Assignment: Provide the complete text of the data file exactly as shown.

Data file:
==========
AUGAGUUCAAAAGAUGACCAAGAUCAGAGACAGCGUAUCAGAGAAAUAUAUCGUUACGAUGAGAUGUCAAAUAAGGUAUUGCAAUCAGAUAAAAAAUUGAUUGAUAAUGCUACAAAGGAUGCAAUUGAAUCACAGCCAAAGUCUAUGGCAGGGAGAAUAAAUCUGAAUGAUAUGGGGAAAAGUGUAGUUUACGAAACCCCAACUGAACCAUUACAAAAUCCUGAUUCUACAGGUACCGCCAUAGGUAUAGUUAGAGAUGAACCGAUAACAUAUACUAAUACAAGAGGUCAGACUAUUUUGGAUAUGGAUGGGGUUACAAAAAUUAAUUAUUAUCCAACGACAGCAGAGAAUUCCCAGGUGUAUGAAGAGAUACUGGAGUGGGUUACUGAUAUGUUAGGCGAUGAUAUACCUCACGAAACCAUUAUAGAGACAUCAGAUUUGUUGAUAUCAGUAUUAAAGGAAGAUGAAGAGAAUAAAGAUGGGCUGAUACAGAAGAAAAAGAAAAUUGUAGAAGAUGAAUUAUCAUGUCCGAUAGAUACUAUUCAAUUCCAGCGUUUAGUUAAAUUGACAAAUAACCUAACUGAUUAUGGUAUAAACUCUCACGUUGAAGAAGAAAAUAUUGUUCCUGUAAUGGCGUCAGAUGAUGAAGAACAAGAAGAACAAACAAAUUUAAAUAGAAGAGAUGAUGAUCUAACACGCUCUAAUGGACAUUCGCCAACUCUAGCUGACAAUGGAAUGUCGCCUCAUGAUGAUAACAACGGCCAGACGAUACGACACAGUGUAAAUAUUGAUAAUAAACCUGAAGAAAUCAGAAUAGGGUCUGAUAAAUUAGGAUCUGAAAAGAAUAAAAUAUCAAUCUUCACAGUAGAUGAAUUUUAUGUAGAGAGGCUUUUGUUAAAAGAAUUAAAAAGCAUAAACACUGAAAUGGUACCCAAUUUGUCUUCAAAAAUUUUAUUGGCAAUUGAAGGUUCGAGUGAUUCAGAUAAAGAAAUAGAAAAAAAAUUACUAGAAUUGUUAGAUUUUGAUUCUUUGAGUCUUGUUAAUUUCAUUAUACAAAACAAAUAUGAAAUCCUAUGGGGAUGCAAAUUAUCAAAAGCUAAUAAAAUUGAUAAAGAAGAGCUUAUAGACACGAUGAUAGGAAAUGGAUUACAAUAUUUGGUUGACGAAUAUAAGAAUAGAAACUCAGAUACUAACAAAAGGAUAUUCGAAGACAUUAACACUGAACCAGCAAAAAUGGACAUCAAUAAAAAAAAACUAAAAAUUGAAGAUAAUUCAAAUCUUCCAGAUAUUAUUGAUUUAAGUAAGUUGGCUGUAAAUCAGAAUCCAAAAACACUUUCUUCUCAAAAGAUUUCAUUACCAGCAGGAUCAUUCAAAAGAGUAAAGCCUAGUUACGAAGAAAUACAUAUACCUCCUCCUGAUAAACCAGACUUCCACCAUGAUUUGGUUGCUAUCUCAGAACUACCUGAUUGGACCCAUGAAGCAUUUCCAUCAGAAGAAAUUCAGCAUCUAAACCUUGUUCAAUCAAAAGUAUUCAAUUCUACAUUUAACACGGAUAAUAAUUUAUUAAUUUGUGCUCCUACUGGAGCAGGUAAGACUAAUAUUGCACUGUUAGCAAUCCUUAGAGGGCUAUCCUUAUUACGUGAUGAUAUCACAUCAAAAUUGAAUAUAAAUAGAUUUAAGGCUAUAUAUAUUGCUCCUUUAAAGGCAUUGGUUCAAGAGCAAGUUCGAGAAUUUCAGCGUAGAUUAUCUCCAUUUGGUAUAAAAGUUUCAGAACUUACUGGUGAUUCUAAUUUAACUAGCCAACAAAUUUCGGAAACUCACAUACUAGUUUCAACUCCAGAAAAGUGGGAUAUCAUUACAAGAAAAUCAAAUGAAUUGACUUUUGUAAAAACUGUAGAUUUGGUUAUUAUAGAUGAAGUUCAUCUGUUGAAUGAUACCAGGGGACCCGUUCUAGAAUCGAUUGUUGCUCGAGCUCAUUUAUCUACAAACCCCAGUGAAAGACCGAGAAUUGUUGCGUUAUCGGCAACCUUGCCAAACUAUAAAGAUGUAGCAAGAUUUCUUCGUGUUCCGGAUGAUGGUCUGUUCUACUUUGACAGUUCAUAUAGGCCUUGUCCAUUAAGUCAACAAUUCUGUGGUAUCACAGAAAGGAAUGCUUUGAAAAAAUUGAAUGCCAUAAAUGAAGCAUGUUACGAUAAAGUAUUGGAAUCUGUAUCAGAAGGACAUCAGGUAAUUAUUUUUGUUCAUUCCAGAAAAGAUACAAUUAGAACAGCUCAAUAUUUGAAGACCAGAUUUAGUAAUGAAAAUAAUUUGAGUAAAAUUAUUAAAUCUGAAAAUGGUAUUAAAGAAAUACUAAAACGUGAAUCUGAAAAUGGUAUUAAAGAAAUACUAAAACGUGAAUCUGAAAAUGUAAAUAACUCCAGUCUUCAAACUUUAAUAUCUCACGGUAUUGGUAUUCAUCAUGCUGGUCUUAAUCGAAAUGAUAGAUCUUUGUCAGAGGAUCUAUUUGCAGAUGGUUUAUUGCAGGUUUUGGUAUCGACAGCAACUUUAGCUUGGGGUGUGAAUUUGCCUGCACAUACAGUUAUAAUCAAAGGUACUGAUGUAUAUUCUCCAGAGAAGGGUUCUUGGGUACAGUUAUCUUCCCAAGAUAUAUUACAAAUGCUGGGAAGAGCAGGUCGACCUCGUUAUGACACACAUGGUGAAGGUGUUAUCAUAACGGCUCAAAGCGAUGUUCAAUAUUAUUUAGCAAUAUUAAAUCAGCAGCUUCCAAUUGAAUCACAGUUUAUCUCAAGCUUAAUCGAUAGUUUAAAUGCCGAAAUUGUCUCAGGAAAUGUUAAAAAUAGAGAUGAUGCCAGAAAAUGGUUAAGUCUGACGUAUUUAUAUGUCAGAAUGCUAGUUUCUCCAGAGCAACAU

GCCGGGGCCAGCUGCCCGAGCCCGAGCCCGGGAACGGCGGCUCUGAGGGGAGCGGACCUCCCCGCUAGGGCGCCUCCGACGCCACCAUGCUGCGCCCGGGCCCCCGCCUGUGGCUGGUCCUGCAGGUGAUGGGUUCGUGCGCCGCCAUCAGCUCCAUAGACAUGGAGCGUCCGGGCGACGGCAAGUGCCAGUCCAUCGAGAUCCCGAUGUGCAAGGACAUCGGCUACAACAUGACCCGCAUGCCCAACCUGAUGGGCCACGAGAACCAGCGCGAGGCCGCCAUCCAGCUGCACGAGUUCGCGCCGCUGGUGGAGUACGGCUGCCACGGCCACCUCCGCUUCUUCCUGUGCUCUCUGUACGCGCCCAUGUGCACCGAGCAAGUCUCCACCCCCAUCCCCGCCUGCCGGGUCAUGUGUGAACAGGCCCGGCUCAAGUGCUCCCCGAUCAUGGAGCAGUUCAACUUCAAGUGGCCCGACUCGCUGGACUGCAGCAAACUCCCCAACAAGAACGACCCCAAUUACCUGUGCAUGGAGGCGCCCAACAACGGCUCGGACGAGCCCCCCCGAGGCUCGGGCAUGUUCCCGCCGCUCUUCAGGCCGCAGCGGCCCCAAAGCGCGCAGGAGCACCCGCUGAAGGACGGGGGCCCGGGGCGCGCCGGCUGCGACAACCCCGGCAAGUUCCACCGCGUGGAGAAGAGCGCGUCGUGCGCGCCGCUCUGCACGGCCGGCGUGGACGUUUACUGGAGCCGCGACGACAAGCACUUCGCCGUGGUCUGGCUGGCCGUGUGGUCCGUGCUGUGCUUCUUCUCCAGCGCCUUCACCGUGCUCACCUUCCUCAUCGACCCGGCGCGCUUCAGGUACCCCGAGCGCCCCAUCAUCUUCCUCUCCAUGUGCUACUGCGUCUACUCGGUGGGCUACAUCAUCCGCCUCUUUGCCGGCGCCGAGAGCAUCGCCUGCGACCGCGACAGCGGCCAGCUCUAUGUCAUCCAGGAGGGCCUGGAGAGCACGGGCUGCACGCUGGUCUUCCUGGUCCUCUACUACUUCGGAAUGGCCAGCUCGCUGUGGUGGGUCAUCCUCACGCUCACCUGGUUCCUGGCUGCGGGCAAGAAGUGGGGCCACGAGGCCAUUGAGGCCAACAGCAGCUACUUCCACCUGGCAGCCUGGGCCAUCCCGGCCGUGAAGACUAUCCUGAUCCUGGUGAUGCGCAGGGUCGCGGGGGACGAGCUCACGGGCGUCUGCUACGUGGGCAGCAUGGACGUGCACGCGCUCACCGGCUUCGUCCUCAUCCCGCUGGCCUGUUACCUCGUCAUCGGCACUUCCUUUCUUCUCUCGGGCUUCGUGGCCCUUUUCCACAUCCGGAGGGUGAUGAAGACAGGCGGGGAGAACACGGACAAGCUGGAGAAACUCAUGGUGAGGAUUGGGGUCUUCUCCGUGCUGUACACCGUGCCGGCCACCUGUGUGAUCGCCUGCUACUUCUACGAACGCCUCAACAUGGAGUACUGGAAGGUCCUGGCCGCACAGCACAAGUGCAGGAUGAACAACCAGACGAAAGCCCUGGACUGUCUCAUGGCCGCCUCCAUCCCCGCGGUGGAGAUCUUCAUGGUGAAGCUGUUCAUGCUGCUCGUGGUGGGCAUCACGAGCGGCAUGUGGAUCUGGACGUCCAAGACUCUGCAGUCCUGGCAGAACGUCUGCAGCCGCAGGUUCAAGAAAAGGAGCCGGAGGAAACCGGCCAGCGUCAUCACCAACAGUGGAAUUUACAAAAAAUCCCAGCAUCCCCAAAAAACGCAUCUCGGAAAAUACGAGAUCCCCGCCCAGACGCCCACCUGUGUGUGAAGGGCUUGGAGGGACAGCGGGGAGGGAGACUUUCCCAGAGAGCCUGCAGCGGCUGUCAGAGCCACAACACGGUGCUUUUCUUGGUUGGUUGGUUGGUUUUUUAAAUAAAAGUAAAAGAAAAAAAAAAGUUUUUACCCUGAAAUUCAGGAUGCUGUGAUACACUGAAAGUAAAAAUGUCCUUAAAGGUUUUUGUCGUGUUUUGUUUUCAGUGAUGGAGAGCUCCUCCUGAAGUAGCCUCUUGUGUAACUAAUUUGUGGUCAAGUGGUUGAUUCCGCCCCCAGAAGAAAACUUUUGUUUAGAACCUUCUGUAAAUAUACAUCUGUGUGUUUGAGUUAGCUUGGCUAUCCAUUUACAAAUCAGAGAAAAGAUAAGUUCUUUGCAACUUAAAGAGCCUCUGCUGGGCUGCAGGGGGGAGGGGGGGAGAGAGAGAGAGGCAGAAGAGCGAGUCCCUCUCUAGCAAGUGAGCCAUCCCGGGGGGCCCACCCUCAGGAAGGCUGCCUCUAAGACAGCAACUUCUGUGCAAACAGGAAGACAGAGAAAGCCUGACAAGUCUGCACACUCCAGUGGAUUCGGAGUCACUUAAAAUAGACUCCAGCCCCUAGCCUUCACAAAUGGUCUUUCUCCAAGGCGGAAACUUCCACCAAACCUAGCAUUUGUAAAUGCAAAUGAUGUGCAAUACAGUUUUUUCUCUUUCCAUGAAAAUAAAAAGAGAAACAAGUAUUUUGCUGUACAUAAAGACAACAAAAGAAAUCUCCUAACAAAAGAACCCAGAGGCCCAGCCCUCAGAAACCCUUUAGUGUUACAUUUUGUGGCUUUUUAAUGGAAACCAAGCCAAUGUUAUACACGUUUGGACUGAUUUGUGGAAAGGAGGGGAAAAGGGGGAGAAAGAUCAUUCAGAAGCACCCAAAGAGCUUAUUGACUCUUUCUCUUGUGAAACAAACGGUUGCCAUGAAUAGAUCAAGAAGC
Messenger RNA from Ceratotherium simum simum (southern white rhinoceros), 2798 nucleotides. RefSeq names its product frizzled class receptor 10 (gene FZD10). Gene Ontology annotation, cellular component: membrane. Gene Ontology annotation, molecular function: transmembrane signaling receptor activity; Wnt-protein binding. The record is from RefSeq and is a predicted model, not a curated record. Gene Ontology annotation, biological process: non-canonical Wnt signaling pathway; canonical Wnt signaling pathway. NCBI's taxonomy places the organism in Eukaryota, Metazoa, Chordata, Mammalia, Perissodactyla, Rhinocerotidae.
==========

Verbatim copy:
AUGAGUUCAAAAGAUGACCAAGAUCAGAGACAGCGUAUCAGAGAAAUAUAUCGUUACGAUGAGAUGUCAAAUAAGGUAUUGCAAUCAGAUAAAAAAUUGAUUGAUAAUGCUACAAAGGAUGCAAUUGAAUCACAGCCAAAGUCUAUGGCAGGGAGAAUAAAUCUGAAUGAUAUGGGGAAAAGUGUAGUUUACGAAACCCCAACUGAACCAUUACAAAAUCCUGAUUCUACAGGUACCGCCAUAGGUAUAGUUAGAGAUGAACCGAUAACAUAUACUAAUACAAGAGGUCAGACUAUUUUGGAUAUGGAUGGGGUUACAAAAAUUAAUUAUUAUCCAACGACAGCAGAGAAUUCCCAGGUGUAUGAAGAGAUACUGGAGUGGGUUACUGAUAUGUUAGGCGAUGAUAUACCUCACGAAACCAUUAUAGAGACAUCAGAUUUGUUGAUAUCAGUAUUAAAGGAAGAUGAAGAGAAUAAAGAUGGGCUGAUACAGAAGAAAAAGAAAAUUGUAGAAGAUGAAUUAUCAUGUCCGAUAGAUACUAUUCAAUUCCAGCGUUUAGUUAAAUUGACAAAUAACCUAACUGAUUAUGGUAUAAACUCUCACGUUGAAGAAGAAAAUAUUGUUCCUGUAAUGGCGUCAGAUGAUGAAGAACAAGAAGAACAAACAAAUUUAAAUAGAAGAGAUGAUGAUCUAACACGCUCUAAUGGACAUUCGCCAACUCUAGCUGACAAUGGAAUGUCGCCUCAUGAUGAUAACAACGGCCAGACGAUACGACACAGUGUAAAUAUUGAUAAUAAACCUGAAGAAAUCAGAAUAGGGUCUGAUAAAUUAGGAUCUGAAAAGAAUAAAAUAUCAAUCUUCACAGUAGAUGAAUUUUAUGUAGAGAGGCUUUUGUUAAAAGAAUUAAAAAGCAUAAACACUGAAAUGGUACCCAAUUUGUCUUCAAAAAUUUUAUUGGCAAUUGAAGGUUCGAGUGAUUCAGAUAAAGAAAUAGAAAAAAAAUUACUAGAAUUGUUAGAUUUUGAUUCUUUGAGUCUUGUUAAUUUCAUUAUACAAAACAAAUAUGAAAUCCUAUGGGGAUGCAAAUUAUCAAAAGCUAAUAAAAUUGAUAAAGAAGAGCUUAUAGACACGAUGAUAGGAAAUGGAUUACAAUAUUUGGUUGACGAAUAUAAGAAUAGAAACUCAGAUACUAACAAAAGGAUAUUCGAAGACAUUAACACUGAACCAGCAAAAAUGGACAUCAAUAAAAAAAAACUAAAAAUUGAAGAUAAUUCAAAUCUUCCAGAUAUUAUUGAUUUAAGUAAGUUGGCUGUAAAUCAGAAUCCAAAAACACUUUCUUCUCAAAAGAUUUCAUUACCAGCAGGAUCAUUCAAAAGAGUAAAGCCUAGUUACGAAGAAAUACAUAUACCUCCUCCUGAUAAACCAGACUUCCACCAUGAUUUGGUUGCUAUCUCAGAACUACCUGAUUGGACCCAUGAAGCAUUUCCAUCAGAAGAAAUUCAGCAUCUAAACCUUGUUCAAUCAAAAGUAUUCAAUUCUACAUUUAACACGGAUAAUAAUUUAUUAAUUUGUGCUCCUACUGGAGCAGGUAAGACUAAUAUUGCACUGUUAGCAAUCCUUAGAGGGCUAUCCUUAUUACGUGAUGAUAUCACAUCAAAAUUGAAUAUAAAUAGAUUUAAGGCUAUAUAUAUUGCUCCUUUAAAGGCAUUGGUUCAAGAGCAAGUUCGAGAAUUUCAGCGUAGAUUAUCUCCAUUUGGUAUAAAAGUUUCAGAACUUACUGGUGAUUCUAAUUUAACUAGCCAACAAAUUUCGGAAACUCACAUACUAGUUUCAACUCCAGAAAAGUGGGAUAUCAUUACAAGAAAAUCAAAUGAAUUGACUUUUGUAAAAACUGUAGAUUUGGUUAUUAUAGAUGAAGUUCAUCUGUUGAAUGAUACCAGGGGACCCGUUCUAGAAUCGAUUGUUGCUCGAGCUCAUUUAUCUACAAACCCCAGUGAAAGACCGAGAAUUGUUGCGUUAUCGGCAACCUUGCCAAACUAUAAAGAUGUAGCAAGAUUUCUUCGUGUUCCGGAUGAUGGUCUGUUCUACUUUGACAGUUCAUAUAGGCCUUGUCCAUUAAGUCAACAAUUCUGUGGUAUCACAGAAAGGAAUGCUUUGAAAAAAUUGAAUGCCAUAAAUGAAGCAUGUUACGAUAAAGUAUUGGAAUCUGUAUCAGAAGGACAUCAGGUAAUUAUUUUUGUUCAUUCCAGAAAAGAUACAAUUAGAACAGCUCAAUAUUUGAAGACCAGAUUUAGUAAUGAAAAUAAUUUGAGUAAAAUUAUUAAAUCUGAAAAUGGUAUUAAAGAAAUACUAAAACGUGAAUCUGAAAAUGGUAUUAAAGAAAUACUAAAACGUGAAUCUGAAAAUGUAAAUAACUCCAGUCUUCAAACUUUAAUAUCUCACGGUAUUGGUAUUCAUCAUGCUGGUCUUAAUCGAAAUGAUAGAUCUUUGUCAGAGGAUCUAUUUGCAGAUGGUUUAUUGCAGGUUUUGGUAUCGACAGCAACUUUAGCUUGGGGUGUGAAUUUGCCUGCACAUACAGUUAUAAUCAAAGGUACUGAUGUAUAUUCUCCAGAGAAGGGUUCUUGGGUACAGUUAUCUUCCCAAGAUAUAUUACAAAUGCUGGGAAGAGCAGGUCGACCUCGUUAUGACACACAUGGUGAAGGUGUUAUCAUAACGGCUCAAAGCGAUGUUCAAUAUUAUUUAGCAAUAUUAAAUCAGCAGCUUCCAAUUGAAUCACAGUUUAUCUCAAGCUUAAUCGAUAGUUUAAAUGCCGAAAUUGUCUCAGGAAAUGUUAAAAAUAGAGAUGAUGCCAGAAAAUGGUUAAGUCUGACGUAUUUAUAUGUCAGAAUGCUAGUUUCUCCAGAGCAACAU

GCCGGGGCCAGCUGCCCGAGCCCGAGCCCGGGAACGGCGGCUCUGAGGGGAGCGGACCUCCCCGCUAGGGCGCCUCCGACGCCACCAUGCUGCGCCCGGGCCCCCGCCUGUGGCUGGUCCUGCAGGUGAUGGGUUCGUGCGCCGCCAUCAGCUCCAUAGACAUGGAGCGUCCGGGCGACGGCAAGUGCCAGUCCAUCGAGAUCCCGAUGUGCAAGGACAUCGGCUACAACAUGACCCGCAUGCCCAACCUGAUGGGCCACGAGAACCAGCGCGAGGCCGCCAUCCAGCUGCACGAGUUCGCGCCGCUGGUGGAGUACGGCUGCCACGGCCACCUCCGCUUCUUCCUGUGCUCUCUGUACGCGCCCAUGUGCACCGAGCAAGUCUCCACCCCCAUCCCCGCCUGCCGGGUCAUGUGUGAACAGGCCCGGCUCAAGUGCUCCCCGAUCAUGGAGCAGUUCAACUUCAAGUGGCCCGACUCGCUGGACUGCAGCAAACUCCCCAACAAGAACGACCCCAAUUACCUGUGCAUGGAGGCGCCCAACAACGGCUCGGACGAGCCCCCCCGAGGCUCGGGCAUGUUCCCGCCGCUCUUCAGGCCGCAGCGGCCCCAAAGCGCGCAGGAGCACCCGCUGAAGGACGGGGGCCCGGGGCGCGCCGGCUGCGACAACCCCGGCAAGUUCCACCGCGUGGAGAAGAGCGCGUCGUGCGCGCCGCUCUGCACGGCCGGCGUGGACGUUUACUGGAGCCGCGACGACAAGCACUUCGCCGUGGUCUGGCUGGCCGUGUGGUCCGUGCUGUGCUUCUUCUCCAGCGCCUUCACCGUGCUCACCUUCCUCAUCGACCCGGCGCGCUUCAGGUACCCCGAGCGCCCCAUCAUCUUCCUCUCCAUGUGCUACUGCGUCUACUCGGUGGGCUACAUCAUCCGCCUCUUUGCCGGCGCCGAGAGCAUCGCCUGCGACCGCGACAGCGGCCAGCUCUAUGUCAUCCAGGAGGGCCUGGAGAGCACGGGCUGCACGCUGGUCUUCCUGGUCCUCUACUACUUCGGAAUGGCCAGCUCGCUGUGGUGGGUCAUCCUCACGCUCACCUGGUUCCUGGCUGCGGGCAAGAAGUGGGGCCACGAGGCCAUUGAGGCCAACAGCAGCUACUUCCACCUGGCAGCCUGGGCCAUCCCGGCCGUGAAGACUAUCCUGAUCCUGGUGAUGCGCAGGGUCGCGGGGGACGAGCUCACGGGCGUCUGCUACGUGGGCAGCAUGGACGUGCACGCGCUCACCGGCUUCGUCCUCAUCCCGCUGGCCUGUUACCUCGUCAUCGGCACUUCCUUUCUUCUCUCGGGCUUCGUGGCCCUUUUCCACAUCCGGAGGGUGAUGAAGACAGGCGGGGAGAACACGGACAAGCUGGAGAAACUCAUGGUGAGGAUUGGGGUCUUCUCCGUGCUGUACACCGUGCCGGCCACCUGUGUGAUCGCCUGCUACUUCUACGAACGCCUCAACAUGGAGUACUGGAAGGUCCUGGCCGCACAGCACAAGUGCAGGAUGAACAACCAGACGAAAGCCCUGGACUGUCUCAUGGCCGCCUCCAUCCCCGCGGUGGAGAUCUUCAUGGUGAAGCUGUUCAUGCUGCUCGUGGUGGGCAUCACGAGCGGCAUGUGGAUCUGGACGUCCAAGACUCUGCAGUCCUGGCAGAACGUCUGCAGCCGCAGGUUCAAGAAAAGGAGCCGGAGGAAACCGGCCAGCGUCAUCACCAACAGUGGAAUUUACAAAAAAUCCCAGCAUCCCCAAAAAACGCAUCUCGGAAAAUACGAGAUCCCCGCCCAGACGCCCACCUGUGUGUGAAGGGCUUGGAGGGACAGCGGGGAGGGAGACUUUCCCAGAGAGCCUGCAGCGGCUGUCAGAGCCACAACACGGUGCUUUUCUUGGUUGGUUGGUUGGUUUUUUAAAUAAAAGUAAAAGAAAAAAAAAAGUUUUUACCCUGAAAUUCAGGAUGCUGUGAUACACUGAAAGUAAAAAUGUCCUUAAAGGUUUUUGUCGUGUUUUGUUUUCAGUGAUGGAGAGCUCCUCCUGAAGUAGCCUCUUGUGUAACUAAUUUGUGGUCAAGUGGUUGAUUCCGCCCCCAGAAGAAAACUUUUGUUUAGAACCUUCUGUAAAUAUACAUCUGUGUGUUUGAGUUAGCUUGGCUAUCCAUUUACAAAUCAGAGAAAAGAUAAGUUCUUUGCAACUUAAAGAGCCUCUGCUGGGCUGCAGGGGGGAGGGGGGGAGAGAGAGAGAGGCAGAAGAGCGAGUCCCUCUCUAGCAAGUGAGCCAUCCCGGGGGGCCCACCCUCAGGAAGGCUGCCUCUAAGACAGCAACUUCUGUGCAAACAGGAAGACAGAGAAAGCCUGACAAGUCUGCACACUCCAGUGGAUUCGGAGUCACUUAAAAUAGACUCCAGCCCCUAGCCUUCACAAAUGGUCUUUCUCCAAGGCGGAAACUUCCACCAAACCUAGCAUUUGUAAAUGCAAAUGAUGUGCAAUACAGUUUUUUCUCUUUCCAUGAAAAUAAAAAGAGAAACAAGUAUUUUGCUGUACAUAAAGACAACAAAAGAAAUCUCCUAACAAAAGAACCCAGAGGCCCAGCCCUCAGAAACCCUUUAGUGUUACAUUUUGUGGCUUUUUAAUGGAAACCAAGCCAAUGUUAUACACGUUUGGACUGAUUUGUGGAAAGGAGGGGAAAAGGGGGAGAAAGAUCAUUCAGAAGCACCCAAAGAGCUUAUUGACUCUUUCUCUUGUGAAACAAACGGUUGCCAUGAAUAGAUCAAGAAGC
Messenger RNA from Ceratotherium simum simum (southern white rhinoceros), 2798 nucleotides. RefSeq names its product frizzled class receptor 10 (gene FZD10). Gene Ontology annotation, cellular component: membrane. Gene Ontology annotation, molecular function: transmembrane signaling receptor activity; Wnt-protein binding. The record is from RefSeq and is a predicted model, not a curated record. Gene Ontology annotation, biological process: non-canonical Wnt signaling pathway; canonical Wnt signaling pathway. NCBI's taxonomy places the organism in Eukaryota, Metazoa, Chordata, Mammalia, Perissodactyla, Rhinocerotidae.